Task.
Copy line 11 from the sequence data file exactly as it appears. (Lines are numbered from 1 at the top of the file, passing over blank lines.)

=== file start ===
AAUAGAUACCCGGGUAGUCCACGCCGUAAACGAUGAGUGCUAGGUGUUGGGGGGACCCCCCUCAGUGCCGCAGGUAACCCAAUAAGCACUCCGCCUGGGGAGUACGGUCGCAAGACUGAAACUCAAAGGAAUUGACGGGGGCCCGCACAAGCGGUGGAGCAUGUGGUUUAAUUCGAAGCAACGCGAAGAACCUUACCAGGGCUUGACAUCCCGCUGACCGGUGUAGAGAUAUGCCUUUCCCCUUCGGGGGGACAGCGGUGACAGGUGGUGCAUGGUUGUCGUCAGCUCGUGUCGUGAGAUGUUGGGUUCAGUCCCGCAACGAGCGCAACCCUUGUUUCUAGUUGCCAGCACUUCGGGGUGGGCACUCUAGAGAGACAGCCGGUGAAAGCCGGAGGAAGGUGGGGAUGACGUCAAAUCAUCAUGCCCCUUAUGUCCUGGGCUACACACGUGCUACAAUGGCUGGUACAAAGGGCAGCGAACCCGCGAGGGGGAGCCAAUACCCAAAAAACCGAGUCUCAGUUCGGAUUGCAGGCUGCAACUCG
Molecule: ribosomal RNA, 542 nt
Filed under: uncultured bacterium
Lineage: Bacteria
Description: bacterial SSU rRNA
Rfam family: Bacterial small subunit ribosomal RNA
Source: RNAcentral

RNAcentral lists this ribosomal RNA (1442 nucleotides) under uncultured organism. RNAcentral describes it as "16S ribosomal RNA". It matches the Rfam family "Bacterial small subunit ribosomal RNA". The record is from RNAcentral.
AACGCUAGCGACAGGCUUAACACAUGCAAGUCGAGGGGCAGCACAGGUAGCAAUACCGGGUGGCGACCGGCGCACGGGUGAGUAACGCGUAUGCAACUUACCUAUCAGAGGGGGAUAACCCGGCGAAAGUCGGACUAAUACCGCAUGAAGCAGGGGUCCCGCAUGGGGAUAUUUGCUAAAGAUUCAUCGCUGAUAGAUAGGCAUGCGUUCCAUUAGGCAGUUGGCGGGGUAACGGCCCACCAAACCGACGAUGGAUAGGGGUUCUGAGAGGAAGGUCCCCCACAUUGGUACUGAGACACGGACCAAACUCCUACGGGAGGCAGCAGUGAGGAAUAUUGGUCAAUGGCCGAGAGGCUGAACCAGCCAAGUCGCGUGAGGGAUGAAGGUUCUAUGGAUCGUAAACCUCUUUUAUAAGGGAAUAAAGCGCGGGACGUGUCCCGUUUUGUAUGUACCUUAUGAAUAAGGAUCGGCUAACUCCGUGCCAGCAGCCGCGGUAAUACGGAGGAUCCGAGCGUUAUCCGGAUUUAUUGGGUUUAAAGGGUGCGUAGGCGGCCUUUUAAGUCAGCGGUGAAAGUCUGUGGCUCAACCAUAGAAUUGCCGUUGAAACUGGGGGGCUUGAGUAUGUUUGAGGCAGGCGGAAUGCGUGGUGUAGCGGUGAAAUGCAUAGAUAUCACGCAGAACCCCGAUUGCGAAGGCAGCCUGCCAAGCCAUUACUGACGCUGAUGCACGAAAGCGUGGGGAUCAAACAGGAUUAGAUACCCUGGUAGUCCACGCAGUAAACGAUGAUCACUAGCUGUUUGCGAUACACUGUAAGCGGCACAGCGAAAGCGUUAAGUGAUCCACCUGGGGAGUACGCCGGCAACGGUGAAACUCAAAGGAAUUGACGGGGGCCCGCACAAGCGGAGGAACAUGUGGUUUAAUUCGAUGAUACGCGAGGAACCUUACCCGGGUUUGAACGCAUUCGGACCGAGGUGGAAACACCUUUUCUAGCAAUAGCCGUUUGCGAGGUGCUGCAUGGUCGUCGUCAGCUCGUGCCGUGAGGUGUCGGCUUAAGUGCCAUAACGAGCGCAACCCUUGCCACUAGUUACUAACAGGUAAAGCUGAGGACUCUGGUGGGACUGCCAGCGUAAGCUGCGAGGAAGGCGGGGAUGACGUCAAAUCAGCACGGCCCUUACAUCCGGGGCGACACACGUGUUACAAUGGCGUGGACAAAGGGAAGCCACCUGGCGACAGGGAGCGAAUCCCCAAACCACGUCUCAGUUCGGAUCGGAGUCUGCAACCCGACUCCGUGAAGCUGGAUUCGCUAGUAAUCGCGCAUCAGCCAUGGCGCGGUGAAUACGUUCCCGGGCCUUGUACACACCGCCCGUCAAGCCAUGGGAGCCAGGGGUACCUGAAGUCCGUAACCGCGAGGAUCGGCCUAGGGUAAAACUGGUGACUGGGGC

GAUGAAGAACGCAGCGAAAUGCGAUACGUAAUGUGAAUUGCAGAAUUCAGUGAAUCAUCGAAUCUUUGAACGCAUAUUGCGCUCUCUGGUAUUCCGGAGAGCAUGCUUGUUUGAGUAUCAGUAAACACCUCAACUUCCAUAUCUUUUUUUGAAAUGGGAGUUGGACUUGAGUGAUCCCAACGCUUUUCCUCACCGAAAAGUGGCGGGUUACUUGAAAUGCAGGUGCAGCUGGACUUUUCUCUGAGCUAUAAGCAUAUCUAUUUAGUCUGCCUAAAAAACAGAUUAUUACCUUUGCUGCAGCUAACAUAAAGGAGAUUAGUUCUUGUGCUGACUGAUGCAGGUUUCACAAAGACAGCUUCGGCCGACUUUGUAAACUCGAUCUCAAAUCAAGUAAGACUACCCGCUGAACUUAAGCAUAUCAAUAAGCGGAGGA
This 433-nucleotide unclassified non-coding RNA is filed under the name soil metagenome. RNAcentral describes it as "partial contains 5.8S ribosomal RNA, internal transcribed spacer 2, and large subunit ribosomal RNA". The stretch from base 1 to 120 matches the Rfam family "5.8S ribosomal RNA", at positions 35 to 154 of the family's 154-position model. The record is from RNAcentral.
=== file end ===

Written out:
This 433-nucleotide unclassified non-coding RNA is filed under the name soil metagenome. RNAcentral describes it as "partial contains 5.8S ribosomal RNA, internal transcribed spacer 2, and large subunit ribosomal RNA". The stretch from base 1 to 120 matches the Rfam family "5.8S ribosomal RNA", at positions 35 to 154 of the family's 154-position model. The record is from RNAcentral.